Summer is often the time families move. Sometimes the new home is just across town. Other times, families move to another city or state.
But for children whose parents are in the process of divorcing or have already divorced, relocating can add burdens far beyond saying goodbye to friends and classmates. They may also be leaving a parent.
Brooke French, an attorney at the family law firm Boyd Collar Nolen & Tuggle in Atlanta (her practice focuses on all aspects of domestic relations litigation, including divorce and child custody) says although it may not always be comfortable to sit down with an ex-spouse or partner, communicating the move, especially to a very young child, is done best jointly between both parents as a family.
Navigating a big move that separates a child from a parent, she said, can be made easier by doing the following: clearly communicating the move to kids and crafting a revised parenting agreement that accounts for the subsequent shifts in parenting time.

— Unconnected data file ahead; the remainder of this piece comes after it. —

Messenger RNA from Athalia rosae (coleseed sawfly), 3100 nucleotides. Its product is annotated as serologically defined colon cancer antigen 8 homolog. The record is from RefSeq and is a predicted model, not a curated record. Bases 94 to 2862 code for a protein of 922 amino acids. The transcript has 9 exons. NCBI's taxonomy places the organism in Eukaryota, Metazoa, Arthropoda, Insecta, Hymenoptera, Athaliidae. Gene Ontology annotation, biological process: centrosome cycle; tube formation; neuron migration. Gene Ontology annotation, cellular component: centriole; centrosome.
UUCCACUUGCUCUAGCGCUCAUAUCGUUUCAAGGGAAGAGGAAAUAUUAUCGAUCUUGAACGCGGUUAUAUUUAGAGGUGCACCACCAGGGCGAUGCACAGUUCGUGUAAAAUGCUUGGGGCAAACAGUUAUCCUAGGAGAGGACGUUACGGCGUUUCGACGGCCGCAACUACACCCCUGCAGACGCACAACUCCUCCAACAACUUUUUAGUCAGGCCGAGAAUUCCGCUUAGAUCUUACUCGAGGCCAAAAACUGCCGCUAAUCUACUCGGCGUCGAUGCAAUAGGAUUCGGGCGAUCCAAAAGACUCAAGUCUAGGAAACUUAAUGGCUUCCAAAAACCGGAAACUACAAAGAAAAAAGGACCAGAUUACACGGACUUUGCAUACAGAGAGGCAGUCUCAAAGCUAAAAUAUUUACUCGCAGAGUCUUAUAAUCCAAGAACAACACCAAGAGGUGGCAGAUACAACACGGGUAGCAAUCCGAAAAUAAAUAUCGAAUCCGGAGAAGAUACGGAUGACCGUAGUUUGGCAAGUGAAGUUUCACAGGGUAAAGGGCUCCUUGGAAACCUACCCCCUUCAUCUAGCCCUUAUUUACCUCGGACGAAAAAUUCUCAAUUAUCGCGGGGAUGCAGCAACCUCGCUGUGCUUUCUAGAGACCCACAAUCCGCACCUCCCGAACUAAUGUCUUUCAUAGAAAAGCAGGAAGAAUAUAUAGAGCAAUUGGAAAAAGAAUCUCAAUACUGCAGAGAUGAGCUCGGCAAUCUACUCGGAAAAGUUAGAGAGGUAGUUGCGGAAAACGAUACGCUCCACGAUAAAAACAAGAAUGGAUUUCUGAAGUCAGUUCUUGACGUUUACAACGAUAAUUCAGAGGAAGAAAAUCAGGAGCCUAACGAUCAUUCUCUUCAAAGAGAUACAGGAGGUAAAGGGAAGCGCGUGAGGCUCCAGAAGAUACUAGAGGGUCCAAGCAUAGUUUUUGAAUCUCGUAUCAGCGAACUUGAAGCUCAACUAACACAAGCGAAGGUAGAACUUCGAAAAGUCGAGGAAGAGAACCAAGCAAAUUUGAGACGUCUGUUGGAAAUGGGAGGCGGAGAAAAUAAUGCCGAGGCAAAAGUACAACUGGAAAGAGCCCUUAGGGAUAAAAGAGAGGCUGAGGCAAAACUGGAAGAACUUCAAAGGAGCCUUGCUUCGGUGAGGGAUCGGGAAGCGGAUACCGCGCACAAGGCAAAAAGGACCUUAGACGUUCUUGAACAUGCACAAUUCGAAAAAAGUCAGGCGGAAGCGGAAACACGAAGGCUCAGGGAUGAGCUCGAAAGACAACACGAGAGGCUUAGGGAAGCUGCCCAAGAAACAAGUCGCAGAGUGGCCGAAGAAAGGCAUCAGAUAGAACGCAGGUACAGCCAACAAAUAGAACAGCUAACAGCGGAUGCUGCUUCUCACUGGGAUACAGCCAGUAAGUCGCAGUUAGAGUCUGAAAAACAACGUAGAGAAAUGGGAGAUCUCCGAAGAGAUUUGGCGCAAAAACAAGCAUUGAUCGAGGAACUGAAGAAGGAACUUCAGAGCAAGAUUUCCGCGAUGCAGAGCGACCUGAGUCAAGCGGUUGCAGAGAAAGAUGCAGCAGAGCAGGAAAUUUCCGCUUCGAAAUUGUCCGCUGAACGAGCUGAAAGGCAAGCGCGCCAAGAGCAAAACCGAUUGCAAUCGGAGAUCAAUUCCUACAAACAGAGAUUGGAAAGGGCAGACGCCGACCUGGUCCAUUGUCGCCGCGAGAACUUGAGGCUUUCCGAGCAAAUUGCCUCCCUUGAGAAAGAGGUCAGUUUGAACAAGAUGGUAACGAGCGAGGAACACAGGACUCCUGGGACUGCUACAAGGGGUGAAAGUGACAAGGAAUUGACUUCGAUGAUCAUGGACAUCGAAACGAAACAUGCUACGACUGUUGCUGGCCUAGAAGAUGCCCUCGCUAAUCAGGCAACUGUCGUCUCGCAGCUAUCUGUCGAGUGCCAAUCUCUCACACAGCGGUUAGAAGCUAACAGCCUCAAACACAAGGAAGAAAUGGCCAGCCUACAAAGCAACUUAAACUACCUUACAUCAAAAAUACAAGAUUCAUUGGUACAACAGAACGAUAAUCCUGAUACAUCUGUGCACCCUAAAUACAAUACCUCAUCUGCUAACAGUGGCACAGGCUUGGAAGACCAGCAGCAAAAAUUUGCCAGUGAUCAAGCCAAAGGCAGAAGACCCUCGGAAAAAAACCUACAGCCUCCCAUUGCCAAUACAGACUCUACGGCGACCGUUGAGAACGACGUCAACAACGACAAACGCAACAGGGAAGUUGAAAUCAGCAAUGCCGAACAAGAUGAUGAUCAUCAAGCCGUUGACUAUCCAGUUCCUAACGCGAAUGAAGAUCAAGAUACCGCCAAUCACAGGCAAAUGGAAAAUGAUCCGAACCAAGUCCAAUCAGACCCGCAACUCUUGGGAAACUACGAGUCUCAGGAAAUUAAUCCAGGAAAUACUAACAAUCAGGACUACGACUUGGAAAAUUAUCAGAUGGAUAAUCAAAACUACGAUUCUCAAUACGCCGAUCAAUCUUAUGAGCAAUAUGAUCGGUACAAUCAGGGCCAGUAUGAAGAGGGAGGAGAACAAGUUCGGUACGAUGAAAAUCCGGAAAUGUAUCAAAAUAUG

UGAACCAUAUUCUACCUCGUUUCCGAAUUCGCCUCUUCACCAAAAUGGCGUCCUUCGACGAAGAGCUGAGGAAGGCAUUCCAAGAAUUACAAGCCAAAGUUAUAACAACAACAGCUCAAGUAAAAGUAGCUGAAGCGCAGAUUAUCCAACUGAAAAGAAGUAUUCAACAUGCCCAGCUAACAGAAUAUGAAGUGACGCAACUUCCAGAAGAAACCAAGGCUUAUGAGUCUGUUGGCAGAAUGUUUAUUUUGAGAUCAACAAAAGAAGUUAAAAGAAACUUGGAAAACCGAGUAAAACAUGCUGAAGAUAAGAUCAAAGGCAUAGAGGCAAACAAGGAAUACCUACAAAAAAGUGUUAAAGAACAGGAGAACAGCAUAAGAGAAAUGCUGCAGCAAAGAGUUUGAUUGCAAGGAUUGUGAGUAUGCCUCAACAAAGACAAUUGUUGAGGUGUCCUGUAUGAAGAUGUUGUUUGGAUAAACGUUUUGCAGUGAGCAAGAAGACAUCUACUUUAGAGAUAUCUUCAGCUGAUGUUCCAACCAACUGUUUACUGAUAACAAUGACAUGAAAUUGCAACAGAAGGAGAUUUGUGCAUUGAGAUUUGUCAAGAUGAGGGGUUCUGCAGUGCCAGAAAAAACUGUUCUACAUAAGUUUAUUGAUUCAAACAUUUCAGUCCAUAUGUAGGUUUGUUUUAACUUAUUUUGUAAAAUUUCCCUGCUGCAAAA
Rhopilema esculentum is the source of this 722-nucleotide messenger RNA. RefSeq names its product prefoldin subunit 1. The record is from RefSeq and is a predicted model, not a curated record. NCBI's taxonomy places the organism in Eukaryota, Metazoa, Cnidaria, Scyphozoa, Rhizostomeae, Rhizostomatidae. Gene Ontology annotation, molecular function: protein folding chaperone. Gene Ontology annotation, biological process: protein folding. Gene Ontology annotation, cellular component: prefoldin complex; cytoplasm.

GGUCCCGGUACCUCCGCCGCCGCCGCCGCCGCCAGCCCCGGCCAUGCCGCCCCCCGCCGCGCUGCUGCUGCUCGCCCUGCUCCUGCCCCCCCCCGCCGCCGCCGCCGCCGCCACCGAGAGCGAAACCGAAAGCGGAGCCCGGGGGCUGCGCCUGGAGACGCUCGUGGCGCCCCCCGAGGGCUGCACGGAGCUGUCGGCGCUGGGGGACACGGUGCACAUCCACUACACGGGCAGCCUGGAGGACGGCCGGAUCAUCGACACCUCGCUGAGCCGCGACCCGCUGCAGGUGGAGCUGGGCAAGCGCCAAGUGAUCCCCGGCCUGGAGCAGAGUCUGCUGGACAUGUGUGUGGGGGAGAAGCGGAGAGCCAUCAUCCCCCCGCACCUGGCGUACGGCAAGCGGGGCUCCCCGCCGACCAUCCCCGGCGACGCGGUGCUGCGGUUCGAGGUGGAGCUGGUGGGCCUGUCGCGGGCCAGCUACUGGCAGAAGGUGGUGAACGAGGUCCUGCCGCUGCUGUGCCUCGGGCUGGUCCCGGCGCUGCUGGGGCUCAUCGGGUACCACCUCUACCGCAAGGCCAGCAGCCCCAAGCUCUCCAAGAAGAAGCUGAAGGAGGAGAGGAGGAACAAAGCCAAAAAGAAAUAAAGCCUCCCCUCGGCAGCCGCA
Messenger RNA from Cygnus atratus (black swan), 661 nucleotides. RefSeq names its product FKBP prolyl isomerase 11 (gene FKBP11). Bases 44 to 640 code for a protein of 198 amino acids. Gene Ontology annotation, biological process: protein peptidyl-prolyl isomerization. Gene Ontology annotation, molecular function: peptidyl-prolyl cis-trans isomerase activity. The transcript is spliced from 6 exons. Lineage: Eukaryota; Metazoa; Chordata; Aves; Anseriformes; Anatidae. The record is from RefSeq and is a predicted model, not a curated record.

French offers the following guide of tips and advice for helping kids cope with post-divorce relocation:
To assuage a child’s concerns and fears:
· Be prepared to answer your child’s questions regarding how the move will impact him or her.
· Have the details of the move worked out prior to the conversation so that both parents can answer specific questions.
· Understand that children often process change differently than adults, and may become emotional or angry about moving away not only from the other parent, but also home, friends, school and activities.
Relocation to another community can be an especially difficult transition for all concerned if the other parent had previously shared responsibility for parenting duties, such as carpool, doctor’s appointments, school projects and involvement with sports, dance or music lessons.
Parents are wise to first consider the impact this relocation will have on the child. While close proximity is always ideal for two-household families—affording both parents and children the chance to be there for the big and little events, ceremonies and special occasions—financial, career and other factors can disrupt the original plan. If the change is unavoidable, recognize that one parent may need to sacrifice holiday and break time to ensure the child has adequate time with the other parent.
Timing considerations for structuring a revised parenting plan include: